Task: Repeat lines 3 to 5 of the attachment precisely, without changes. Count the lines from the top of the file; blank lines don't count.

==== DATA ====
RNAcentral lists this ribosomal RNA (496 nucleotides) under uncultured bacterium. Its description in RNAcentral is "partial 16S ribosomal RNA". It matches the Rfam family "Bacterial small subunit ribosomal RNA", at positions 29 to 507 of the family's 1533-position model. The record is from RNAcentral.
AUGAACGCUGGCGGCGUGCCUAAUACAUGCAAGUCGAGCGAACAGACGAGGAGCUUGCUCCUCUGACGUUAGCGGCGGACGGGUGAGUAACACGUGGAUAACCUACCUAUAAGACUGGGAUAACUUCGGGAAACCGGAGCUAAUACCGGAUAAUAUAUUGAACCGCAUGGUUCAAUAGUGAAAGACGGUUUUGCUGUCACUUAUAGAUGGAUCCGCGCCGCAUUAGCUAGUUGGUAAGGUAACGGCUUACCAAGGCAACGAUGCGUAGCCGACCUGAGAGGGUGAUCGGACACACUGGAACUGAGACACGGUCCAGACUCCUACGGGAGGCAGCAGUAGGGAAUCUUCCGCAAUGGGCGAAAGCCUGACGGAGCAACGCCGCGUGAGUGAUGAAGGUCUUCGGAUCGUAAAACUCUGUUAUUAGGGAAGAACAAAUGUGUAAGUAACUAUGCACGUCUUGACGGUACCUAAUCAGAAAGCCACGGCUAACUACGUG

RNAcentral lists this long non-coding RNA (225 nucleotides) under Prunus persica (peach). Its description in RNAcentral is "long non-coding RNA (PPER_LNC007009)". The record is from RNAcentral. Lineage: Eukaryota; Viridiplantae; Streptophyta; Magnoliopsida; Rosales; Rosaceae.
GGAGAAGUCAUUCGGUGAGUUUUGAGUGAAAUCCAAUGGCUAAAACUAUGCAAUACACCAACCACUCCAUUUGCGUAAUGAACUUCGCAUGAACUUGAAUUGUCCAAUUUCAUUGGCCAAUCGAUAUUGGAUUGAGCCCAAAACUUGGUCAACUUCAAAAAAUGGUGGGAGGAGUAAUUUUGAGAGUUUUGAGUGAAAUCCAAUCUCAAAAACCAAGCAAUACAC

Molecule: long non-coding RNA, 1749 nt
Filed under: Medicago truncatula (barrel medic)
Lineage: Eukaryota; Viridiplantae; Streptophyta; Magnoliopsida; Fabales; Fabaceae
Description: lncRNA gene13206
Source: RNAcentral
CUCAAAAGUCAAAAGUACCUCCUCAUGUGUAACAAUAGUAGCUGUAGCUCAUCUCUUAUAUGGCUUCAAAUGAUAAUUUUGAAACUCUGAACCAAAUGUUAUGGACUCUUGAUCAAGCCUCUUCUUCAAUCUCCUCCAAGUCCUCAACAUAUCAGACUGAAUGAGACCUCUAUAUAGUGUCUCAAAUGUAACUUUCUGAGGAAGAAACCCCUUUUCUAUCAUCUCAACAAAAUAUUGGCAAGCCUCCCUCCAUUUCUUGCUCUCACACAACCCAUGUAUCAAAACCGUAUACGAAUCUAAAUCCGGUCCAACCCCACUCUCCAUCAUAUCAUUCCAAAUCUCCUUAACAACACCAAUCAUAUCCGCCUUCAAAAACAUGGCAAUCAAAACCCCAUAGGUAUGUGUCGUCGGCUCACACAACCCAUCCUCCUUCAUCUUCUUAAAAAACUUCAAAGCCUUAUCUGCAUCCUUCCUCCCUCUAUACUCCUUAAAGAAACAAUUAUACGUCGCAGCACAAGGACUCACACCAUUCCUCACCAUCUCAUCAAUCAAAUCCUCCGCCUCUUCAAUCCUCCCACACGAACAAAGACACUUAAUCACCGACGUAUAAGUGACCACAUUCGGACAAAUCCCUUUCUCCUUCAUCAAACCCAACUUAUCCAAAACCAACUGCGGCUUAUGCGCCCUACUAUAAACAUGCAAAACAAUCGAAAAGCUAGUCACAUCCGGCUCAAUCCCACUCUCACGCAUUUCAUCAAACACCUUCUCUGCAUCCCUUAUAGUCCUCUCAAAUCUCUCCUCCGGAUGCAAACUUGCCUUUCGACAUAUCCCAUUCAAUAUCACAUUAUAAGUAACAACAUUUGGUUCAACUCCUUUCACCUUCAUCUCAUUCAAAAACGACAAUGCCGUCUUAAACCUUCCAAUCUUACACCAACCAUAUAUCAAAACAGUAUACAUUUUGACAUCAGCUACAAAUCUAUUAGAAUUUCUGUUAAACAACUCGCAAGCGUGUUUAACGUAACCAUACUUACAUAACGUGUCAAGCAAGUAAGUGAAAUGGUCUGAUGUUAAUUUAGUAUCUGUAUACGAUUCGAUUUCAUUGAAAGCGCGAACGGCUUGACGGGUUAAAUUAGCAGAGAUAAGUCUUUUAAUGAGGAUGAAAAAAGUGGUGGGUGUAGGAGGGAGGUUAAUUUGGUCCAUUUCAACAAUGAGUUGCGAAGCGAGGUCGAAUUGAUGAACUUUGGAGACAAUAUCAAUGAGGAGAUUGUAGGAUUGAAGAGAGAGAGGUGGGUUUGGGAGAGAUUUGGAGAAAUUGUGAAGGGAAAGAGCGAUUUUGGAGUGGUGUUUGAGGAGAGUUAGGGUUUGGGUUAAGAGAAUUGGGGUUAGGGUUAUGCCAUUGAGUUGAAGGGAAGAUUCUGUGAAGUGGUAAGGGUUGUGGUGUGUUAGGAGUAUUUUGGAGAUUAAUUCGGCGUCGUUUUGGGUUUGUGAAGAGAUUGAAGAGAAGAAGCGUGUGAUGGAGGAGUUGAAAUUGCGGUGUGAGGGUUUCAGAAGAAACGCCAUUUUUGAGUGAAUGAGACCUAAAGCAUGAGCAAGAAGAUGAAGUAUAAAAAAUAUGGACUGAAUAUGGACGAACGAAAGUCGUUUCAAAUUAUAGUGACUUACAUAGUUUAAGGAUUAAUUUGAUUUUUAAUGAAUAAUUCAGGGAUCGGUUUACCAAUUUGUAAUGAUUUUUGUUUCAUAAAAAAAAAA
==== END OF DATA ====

RNAcentral lists this long non-coding RNA (225 nucleotides) under Prunus persica (peach). Its description in RNAcentral is "long non-coding RNA (PPER_LNC007009)". The record is from RNAcentral. Lineage: Eukaryota; Viridiplantae; Streptophyta; Magnoliopsida; Rosales; Rosaceae.
GGAGAAGUCAUUCGGUGAGUUUUGAGUGAAAUCCAAUGGCUAAAACUAUGCAAUACACCAACCACUCCAUUUGCGUAAUGAACUUCGCAUGAACUUGAAUUGUCCAAUUUCAUUGGCCAAUCGAUAUUGGAUUGAGCCCAAAACUUGGUCAACUUCAAAAAAUGGUGGGAGGAGUAAUUUUGAGAGUUUUGAGUGAAAUCCAAUCUCAAAAACCAAGCAAUACAC

Molecule: long non-coding RNA, 1749 nt